Fake news! When it comes to advice on how to get your best sleep, some of what we’ve read online has us scratching our heads in disbelief. Though perhaps well-intentioned, some advice simply doesn’t pass the tried-and-true common-sense test. We asked some experts for the worst advice they’ve heard – tips and tricks that should be ignored. These nuggets definitely qualify for the bad sleep advice hall of fame.
Just say no to bad sleep advice!
Dispose of excess energy by exercising right before bedtime – While there might be some twisted logic to this, it doesn’t hold true. “Exercise is great at some point in the evening, and it can help you sleep better,” says Caleb Backe, a health and wellness expert with Maple Holistics in Farmingdale, NJ. “But just like eating supper, it should be done in a timely manner. By the time you get to bed, you should already be past the post-exercise rush and ready for genuine well-deserved rest.” In other words, it’s time to wind down, not up.
Trouble sleeping? Take a pill – It might be tempting to reach for a sleeping pill to help you get the rest you need. It’s a quick and easy solution, right? But it’s not a good idea, according to Backe. For several nights, even consecutive ones, pills might be an option, but as a part of your ongoing sleep routine? Nope. It’s not a good way to go about getting sleep. There are long-term issues around dependency and many users experience morning grogginess, which can impair cognitive skills, affect motor skills and your ability to drive.
Get to bed early for a good night’s sleep – Some experts say you should head to be early to get adequate rest, but if that’s contrary to what your body is comfortable with, then skip it. Set a bedtime that allows you to fit in enough hours of sleep. “To be clear, this one is probably true sometimes,” says Backe. Getting to bed early can indeed be very beneficial when you feel tired. What you want to avoid is those times when you’re simply laying in bed wide awake. The key is don’t force something that’s not there. Try to stick to pre-determined bedtime.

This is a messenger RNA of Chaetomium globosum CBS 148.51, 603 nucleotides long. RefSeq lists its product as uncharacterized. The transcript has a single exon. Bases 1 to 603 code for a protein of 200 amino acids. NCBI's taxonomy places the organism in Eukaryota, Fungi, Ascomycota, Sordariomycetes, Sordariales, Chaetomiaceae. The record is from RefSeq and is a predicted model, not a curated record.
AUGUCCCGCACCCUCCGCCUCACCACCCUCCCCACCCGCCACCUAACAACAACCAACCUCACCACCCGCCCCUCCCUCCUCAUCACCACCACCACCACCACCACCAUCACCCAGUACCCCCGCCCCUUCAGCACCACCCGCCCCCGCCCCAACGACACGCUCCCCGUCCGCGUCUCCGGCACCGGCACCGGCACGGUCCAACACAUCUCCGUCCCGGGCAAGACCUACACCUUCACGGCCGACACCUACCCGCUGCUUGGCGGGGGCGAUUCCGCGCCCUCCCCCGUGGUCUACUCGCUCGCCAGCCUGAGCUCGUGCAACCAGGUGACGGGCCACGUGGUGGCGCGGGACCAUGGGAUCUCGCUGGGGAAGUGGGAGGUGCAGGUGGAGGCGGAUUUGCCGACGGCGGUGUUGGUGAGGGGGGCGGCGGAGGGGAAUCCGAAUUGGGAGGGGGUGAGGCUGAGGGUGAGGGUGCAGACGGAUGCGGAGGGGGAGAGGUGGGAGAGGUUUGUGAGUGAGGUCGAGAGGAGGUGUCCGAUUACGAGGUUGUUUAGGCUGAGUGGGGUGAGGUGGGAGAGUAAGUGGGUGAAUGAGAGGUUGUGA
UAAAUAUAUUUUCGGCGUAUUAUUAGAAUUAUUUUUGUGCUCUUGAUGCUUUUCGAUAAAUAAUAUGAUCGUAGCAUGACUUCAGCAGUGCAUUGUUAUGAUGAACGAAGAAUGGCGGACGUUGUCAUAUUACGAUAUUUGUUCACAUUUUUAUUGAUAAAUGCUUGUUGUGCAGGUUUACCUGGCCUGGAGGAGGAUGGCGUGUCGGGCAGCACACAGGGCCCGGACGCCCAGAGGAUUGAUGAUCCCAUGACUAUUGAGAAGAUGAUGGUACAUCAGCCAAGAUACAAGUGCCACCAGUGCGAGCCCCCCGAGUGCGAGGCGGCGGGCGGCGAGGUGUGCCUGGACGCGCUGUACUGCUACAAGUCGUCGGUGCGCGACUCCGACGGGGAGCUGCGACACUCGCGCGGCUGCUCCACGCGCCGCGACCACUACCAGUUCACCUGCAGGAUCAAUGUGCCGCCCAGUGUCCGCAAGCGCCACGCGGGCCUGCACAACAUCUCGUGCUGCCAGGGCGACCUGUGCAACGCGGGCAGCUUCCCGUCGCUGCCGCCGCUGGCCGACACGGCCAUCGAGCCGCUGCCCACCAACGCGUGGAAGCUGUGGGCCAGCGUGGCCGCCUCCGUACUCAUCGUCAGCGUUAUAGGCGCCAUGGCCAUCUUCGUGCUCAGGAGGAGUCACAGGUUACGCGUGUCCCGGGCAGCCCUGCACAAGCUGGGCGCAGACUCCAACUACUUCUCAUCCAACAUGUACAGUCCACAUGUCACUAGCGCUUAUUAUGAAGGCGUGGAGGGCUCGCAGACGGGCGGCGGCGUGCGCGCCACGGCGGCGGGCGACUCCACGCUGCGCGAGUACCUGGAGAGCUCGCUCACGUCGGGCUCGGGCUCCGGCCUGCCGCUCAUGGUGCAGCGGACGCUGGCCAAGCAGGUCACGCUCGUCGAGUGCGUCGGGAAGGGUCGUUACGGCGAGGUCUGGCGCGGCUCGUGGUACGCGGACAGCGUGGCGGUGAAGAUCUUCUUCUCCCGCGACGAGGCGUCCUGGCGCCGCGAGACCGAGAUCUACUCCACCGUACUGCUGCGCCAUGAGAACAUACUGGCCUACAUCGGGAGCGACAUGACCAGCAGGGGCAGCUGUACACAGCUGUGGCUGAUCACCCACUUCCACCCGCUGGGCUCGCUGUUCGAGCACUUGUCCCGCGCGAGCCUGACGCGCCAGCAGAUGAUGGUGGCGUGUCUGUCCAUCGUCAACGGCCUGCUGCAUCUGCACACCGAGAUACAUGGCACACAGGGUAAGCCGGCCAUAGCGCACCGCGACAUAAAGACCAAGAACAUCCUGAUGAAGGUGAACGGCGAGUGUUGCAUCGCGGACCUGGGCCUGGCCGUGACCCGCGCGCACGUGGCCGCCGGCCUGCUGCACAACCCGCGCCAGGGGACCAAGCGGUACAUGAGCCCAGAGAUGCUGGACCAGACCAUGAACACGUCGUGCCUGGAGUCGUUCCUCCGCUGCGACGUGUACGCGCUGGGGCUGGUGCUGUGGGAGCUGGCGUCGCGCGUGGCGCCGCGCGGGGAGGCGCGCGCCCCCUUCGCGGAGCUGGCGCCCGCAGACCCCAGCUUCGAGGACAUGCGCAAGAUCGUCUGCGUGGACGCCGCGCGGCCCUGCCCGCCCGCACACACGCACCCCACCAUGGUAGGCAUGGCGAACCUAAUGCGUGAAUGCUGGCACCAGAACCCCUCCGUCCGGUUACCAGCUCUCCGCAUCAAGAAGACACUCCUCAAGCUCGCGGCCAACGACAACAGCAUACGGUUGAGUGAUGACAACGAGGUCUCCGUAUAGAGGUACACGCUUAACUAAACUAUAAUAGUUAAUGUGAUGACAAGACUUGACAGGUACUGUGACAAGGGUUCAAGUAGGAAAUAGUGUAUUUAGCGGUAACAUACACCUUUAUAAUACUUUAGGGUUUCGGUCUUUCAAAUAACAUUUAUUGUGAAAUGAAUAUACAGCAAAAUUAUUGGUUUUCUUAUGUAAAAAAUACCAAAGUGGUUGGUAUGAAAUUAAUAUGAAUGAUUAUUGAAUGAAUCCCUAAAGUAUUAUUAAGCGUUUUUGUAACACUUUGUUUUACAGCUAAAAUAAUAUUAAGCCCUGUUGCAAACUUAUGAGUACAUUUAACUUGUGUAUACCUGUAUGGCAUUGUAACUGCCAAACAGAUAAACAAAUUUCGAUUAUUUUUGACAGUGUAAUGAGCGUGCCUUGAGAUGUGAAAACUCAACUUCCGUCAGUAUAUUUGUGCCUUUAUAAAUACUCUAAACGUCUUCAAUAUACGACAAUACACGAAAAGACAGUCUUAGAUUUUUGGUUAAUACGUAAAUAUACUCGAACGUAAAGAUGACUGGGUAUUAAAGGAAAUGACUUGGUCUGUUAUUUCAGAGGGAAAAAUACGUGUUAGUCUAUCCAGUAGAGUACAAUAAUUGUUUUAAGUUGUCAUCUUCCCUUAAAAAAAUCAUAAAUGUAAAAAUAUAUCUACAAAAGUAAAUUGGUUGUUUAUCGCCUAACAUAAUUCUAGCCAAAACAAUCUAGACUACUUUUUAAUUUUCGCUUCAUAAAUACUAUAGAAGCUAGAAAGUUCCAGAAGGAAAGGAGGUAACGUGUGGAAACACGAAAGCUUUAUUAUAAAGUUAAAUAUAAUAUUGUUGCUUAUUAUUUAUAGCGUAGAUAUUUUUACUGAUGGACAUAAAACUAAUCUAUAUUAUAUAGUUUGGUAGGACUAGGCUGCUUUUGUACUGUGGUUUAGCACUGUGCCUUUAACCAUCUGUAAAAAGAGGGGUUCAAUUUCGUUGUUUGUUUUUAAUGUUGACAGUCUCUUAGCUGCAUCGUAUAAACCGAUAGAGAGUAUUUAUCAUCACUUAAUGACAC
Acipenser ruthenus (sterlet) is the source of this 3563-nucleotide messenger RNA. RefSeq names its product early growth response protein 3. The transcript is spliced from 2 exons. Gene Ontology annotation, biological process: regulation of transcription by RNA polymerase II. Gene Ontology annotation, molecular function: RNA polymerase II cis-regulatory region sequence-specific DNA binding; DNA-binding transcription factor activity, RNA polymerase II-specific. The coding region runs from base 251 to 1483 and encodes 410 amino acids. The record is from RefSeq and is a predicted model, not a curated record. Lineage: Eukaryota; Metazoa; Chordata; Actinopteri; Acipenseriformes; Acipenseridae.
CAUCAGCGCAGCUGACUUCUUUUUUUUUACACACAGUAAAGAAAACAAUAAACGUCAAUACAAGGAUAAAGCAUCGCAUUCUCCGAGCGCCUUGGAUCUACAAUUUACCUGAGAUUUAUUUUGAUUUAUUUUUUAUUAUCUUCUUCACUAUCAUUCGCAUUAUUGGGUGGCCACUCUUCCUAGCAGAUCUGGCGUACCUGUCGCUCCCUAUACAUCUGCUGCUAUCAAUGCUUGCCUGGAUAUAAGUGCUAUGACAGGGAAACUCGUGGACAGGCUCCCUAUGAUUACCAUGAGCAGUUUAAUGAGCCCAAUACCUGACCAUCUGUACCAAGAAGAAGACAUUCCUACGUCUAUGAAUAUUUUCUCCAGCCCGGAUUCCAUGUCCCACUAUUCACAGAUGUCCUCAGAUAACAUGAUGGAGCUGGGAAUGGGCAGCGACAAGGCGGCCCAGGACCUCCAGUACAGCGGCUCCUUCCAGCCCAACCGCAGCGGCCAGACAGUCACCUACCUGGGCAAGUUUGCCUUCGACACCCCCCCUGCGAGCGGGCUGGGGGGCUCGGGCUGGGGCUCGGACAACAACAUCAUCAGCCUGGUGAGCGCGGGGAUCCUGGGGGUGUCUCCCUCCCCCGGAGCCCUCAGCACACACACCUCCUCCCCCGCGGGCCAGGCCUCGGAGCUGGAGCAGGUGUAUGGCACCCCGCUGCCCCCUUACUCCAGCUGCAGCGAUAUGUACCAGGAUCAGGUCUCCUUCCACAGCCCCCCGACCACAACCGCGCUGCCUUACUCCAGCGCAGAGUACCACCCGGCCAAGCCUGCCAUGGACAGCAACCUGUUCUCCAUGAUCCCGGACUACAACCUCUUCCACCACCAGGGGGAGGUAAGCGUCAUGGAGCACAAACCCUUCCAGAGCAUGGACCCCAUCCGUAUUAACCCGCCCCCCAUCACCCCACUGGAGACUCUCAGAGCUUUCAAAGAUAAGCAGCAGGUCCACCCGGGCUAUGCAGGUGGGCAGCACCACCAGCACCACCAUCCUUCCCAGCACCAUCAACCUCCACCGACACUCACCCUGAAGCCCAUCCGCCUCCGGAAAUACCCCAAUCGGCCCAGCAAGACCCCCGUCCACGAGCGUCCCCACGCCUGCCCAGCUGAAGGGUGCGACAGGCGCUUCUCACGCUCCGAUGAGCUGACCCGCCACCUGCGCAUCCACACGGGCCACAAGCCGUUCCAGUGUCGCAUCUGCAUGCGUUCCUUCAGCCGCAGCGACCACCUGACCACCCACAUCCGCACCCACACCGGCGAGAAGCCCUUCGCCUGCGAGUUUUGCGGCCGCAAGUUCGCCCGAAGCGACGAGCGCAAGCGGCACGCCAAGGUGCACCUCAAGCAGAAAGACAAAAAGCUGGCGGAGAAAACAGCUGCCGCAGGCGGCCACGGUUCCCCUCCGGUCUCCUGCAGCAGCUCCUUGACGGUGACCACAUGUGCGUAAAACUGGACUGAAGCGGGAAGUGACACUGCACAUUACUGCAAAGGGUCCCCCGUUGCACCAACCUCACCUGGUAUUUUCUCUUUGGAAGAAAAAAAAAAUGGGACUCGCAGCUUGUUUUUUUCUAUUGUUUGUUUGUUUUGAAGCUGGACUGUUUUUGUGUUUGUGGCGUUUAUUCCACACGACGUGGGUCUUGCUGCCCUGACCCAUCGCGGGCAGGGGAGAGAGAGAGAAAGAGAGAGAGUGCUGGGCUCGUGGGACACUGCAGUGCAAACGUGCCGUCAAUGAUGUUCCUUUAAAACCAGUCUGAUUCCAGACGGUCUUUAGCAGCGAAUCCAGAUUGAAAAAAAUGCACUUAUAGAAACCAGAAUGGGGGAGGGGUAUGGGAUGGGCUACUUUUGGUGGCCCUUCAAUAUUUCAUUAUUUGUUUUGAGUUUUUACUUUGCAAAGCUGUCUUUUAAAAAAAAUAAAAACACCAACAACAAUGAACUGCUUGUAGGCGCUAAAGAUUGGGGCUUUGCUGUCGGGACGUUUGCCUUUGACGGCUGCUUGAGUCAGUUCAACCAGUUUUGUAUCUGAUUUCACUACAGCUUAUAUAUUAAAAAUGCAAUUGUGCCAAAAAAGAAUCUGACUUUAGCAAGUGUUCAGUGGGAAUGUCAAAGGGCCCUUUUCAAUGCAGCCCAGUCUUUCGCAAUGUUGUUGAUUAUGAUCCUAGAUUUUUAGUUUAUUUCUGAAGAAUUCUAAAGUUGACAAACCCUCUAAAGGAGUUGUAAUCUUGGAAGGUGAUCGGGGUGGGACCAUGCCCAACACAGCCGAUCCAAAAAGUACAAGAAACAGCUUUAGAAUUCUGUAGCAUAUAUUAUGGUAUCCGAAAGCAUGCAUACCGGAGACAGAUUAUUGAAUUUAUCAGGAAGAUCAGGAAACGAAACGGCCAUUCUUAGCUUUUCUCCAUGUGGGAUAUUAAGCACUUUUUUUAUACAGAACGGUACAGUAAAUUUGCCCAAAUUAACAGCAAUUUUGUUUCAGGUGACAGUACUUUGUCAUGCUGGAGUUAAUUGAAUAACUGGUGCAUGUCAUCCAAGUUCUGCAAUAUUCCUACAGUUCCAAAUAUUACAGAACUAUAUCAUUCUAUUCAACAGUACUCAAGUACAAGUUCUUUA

Have a nightcap – Sipping an alcoholic drink before bed might sound like it makes sense, since it acts as a tension reliever and is mildly sedating. But it’s not going to work. Though you might fall asleep quicker, its effects continue into the night and disrupt your sleep. Alcohol may cause your sleep to be lighter and increase chances of interruptions during the night. Not to mention, alcohol is very dehydrating and you’ll wake up not feeling not so ready to seize the day.
Must get X hours of sleep – “One of the myths I often hear is that there is a right sleep pattern and a wrong one,” says Dr. Irina Zhdanova, a sleep and circadian clock expert, and CEO of ClockCoach. “This includes ideas on how many hours of sleep a person needs, how much time it should take to fall asleep, or with the advent of wearable sleep gadgets, how much deep or light sleep is required.” In reality, sleep needs are highly individualized and dependent on multiple factors. Every approach to sleep requires personalization. “The best comparison I provide is with food intake,” she adds. The same diet might keep one person slim, while causing another to be obese. A reasonable number of hours to sleep in a 24-hour period will never be the same for two individuals.
Watch TV until you fall asleep – Nodding off to Jimmy Fallon or your favorite sitcom rerun may seem comforting, but it actually disrupts your sleep patterns, according to Karen Azeez, certified health coach, owner Wellbeings with Karen Azeez and author of the upcoming book, The Kindfulness Solution: Transforming Your Body and lLife through Greater Awareness and Self-Compassion. Even after you turn off your TV, all those power lights are like little lasers burning through your eyelids, keeping your room from being sufficiently dark. Follow the golden rule. Leave the TV in another room and keep the bedroom for sleep and sex only.